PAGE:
Cannabis has experienced a global wave of decriminalization and outright legalization for both medicinal and recreational purposes over the past few years. The situation in the United States has been particularly complex, as individual states have taken different approaches, while the federal government continues to enforce drug laws everywhere. Regulations and protocols for growth, distribution, and particularly quality control have become increasingly stringent. Our newly published SDi report, Pot of Gold — Opportunities for Analytical Instruments for Cannabis Testing, analyzes how these regulations are spurring cannabis testing growth for all relevant categories of instrumentation.

But why is it important to test cannabis? Like any other crop, the cannabis plant can be exposed to pests and harmful chemicals. As it’s often used for medicinal purposes for patients with compromised immune systems, it is paramount to ensure they are not exposed to toxins that could further deteriorate their health.

There are two separate areas of interest when it comes to producing and testing cannabis products: recreational use and medicinal use. For recreational use, the psychoactive molecule tetrahydrocannabinol (THC) is of primary importance. Conversely, medical cannabis is typically characterized by higher levels of cannabidiol molecules (CBD) and lower levels of THC. CBD has a wide range of therapeutic effects including pain relief, anti-nausea, anti-anxiety, and reduced seizures. While potency is important for both, the purity of THC and CBD molecules can be what determines the primary use of the grown product.

While potency testing is currently the largest specific application, future regulation will drive growth for safety testing related to pesticide/solvent residue or potential heavy metal contamination. Although some places are still finalizing safety regulations, cannabis is usually required to be tested for cannabinoid potency, heavy metals, microbial impurities, mycotoxins, residual pesticides, residual solvents and processing chemicals, and sometimes terpenoids.

There are 11 specific techniques or instruments that are used to test for these various measurements of purity and safety. Our report Pot of Gold — Opportunities for Analytical Instruments for Cannabis Testing covers the market by product type, market segment, and region for each of the following:

  • Gas Chromatography (GC)
  • High Performance Liquid Chromatography (HPLC)
  • Supercritical Fluid Chromatography (SFC)
  • Thin-Layer Chromatography (TLC)
  • GC/MS
  • LC/MS
  • Inductively coupled plasma-optical emission spectroscopy (ICP-OES)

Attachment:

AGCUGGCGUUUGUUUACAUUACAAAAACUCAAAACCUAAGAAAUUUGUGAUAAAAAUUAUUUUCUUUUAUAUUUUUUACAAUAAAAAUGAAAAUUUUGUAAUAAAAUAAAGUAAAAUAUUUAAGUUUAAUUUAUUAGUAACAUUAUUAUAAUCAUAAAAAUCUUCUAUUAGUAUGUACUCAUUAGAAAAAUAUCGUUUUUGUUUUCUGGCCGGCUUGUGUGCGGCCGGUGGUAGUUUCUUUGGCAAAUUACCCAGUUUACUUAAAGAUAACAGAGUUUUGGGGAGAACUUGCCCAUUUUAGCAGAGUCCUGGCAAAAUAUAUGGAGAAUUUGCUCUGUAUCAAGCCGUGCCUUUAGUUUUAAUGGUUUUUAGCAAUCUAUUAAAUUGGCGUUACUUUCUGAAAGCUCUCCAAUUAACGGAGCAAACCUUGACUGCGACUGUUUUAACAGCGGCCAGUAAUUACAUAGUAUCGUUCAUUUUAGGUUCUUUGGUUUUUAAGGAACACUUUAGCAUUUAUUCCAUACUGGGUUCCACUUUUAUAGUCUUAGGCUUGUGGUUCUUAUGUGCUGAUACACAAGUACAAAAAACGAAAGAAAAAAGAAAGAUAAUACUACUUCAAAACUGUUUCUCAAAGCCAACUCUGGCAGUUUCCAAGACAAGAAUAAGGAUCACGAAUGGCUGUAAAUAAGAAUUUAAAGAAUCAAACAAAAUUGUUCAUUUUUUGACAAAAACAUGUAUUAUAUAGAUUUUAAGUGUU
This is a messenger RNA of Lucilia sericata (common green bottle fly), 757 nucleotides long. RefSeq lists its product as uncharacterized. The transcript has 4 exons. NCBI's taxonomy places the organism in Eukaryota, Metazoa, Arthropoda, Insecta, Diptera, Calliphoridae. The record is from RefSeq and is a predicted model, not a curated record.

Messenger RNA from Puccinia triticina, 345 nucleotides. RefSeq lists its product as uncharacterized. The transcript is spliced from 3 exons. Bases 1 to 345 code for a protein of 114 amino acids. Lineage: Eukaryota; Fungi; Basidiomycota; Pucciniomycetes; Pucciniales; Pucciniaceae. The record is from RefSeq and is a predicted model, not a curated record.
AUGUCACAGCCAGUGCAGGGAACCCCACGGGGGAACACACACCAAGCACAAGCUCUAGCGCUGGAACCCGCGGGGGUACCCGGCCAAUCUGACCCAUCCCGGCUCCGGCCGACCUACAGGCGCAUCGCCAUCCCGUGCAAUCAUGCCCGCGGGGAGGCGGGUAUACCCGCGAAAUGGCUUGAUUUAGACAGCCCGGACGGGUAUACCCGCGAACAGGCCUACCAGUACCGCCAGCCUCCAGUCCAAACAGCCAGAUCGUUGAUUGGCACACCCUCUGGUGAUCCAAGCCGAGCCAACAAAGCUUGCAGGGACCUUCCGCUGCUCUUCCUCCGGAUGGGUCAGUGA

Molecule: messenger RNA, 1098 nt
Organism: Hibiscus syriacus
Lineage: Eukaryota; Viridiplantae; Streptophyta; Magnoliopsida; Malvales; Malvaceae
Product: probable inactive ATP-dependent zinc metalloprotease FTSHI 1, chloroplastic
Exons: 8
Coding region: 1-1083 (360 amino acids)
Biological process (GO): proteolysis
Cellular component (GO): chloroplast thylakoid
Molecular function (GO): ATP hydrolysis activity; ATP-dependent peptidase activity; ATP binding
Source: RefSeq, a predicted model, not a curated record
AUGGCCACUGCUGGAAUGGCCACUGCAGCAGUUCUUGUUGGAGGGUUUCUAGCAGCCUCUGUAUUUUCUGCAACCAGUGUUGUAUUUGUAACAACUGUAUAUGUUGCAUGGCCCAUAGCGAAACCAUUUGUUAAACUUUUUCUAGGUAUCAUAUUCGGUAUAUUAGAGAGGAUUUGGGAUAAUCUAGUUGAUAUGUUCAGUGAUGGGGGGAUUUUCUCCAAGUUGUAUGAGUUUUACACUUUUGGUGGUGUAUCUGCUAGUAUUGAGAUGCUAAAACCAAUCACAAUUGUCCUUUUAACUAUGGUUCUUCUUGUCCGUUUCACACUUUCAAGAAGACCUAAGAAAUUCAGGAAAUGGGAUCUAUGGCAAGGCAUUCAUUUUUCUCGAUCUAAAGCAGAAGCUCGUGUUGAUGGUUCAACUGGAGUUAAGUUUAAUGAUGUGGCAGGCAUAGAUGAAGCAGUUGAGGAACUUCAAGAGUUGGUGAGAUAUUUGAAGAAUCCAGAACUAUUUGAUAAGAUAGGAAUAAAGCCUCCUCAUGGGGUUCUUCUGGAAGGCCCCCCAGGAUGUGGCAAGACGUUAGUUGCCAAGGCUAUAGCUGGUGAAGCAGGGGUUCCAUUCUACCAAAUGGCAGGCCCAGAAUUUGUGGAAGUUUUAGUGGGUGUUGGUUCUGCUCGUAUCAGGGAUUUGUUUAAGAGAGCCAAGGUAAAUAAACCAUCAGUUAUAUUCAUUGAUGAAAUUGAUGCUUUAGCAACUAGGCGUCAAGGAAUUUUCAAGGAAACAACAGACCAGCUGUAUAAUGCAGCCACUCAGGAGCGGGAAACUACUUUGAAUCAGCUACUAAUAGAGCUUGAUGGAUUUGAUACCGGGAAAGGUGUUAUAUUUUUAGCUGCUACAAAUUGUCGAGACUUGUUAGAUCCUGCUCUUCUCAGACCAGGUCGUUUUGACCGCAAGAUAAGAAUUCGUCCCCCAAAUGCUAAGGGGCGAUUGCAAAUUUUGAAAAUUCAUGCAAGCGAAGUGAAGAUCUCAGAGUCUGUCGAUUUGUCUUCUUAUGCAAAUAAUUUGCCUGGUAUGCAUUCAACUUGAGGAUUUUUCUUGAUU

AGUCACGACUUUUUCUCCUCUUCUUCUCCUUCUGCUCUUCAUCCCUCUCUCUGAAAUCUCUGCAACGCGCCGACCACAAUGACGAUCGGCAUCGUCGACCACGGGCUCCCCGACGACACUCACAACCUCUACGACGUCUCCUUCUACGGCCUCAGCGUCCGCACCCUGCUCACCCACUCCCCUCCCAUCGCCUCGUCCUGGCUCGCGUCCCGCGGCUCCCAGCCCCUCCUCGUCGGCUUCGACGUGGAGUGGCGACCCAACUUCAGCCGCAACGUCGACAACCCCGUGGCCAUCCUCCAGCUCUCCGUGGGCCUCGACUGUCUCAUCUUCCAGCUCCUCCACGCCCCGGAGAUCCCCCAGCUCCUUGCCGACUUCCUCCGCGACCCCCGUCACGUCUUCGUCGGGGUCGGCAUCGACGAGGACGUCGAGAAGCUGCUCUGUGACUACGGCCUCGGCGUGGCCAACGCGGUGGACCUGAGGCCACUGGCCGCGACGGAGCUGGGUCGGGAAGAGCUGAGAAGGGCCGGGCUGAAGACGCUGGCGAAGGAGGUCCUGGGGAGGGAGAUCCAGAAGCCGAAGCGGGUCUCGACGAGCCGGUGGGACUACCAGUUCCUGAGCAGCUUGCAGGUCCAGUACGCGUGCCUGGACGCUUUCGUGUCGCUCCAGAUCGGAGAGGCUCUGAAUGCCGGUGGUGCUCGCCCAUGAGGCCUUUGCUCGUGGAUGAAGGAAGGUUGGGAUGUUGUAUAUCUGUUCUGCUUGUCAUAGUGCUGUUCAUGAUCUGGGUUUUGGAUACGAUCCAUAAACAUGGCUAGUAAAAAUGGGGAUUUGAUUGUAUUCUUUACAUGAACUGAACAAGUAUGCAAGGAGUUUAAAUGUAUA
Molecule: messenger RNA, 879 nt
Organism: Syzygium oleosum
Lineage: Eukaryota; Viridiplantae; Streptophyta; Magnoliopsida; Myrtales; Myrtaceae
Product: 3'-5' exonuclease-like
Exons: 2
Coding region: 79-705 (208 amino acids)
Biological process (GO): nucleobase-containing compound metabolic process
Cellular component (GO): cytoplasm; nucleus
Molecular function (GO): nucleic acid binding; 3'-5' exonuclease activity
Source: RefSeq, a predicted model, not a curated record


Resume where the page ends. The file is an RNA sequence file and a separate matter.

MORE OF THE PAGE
• Inductively coupled plasma/mass spectrometry (ICP/MS)
  • X-ray fluorescence spectroscopy (XRF)
  • Quantitative polymerase chain reaction (qPCR)
  • Sample Preparation and Extraction

Total market demand for all of these techniques is estimated at about $500 million dollars for 2017, and is expected to grow quickly over the next five years. Across all technology segments we found that instrument consumables represent about a third of the total market, and as testing volume increases demand growth for those products will be even higher than that for either initial systems or service contracts.

The primary instrumental technique used in cannabis testing is chromatography — often coupled with mass spectrometry, spectroscopy, PCR, and a number of supporting sample preparation techniques. Though multiple instruments can be used to distinguish compounds, there are “go to” instruments to detect particular elements that can aid in workflow efficiency.

For example, as outlined in a recent Instrument Business Outlook article, cannabinoid analysis can be performed on a HPLC system with a UV detector, and the technique doesn’t require a high-level chemist. For heavy metals like lead, mercury, cadmium and arsenic, an ICP-MS system can be used, due to its combined analysis speed and sensitivity. Mycotoxins and aflatoxins analysis can be achieved through HPLC or LC-MS(/MS). LC-MS/MS is usually used for pesticides analysis. In the future, GC-MS/MS may be needed for certain compounds as testing requirements continue to evolve in different governments around the globe.

Compared to other application markets in the analytical instrument industry, the cannabis testing market is much more focused in Canada, the US and Europe. Although demand in other regions of the world remains limited, broad legalization efforts, such as the recent one in Canada, have multiplied the need for services and products almost overnight. Pot of Gold — Opportunities for Analytical Instruments for Cannabis Testing helps executives and product managers identify areas of high potential growth, so suppliers can position themselves now to reap the financial rewards later.

Our next article in this series will take a glance at a few key drivers of the market itself and show how labs are using instruments for different applications of cannabis testing.

If you have any questions on the report’s contents, please visit our product page or download the report brochure here. Want to talk about the details or would like a quick walk-through of the report? Don’t hesitate to contact us at reports@bioinfoinc.com, give us a call at 703-778-3080 x19, or simply click here to schedule a 30-minute call with our report expert.

0 replies

Leave a Reply

Want to join the discussion?
Feel free to contribute!

Leave a Reply

Your email address will not be published. Required fields are marked *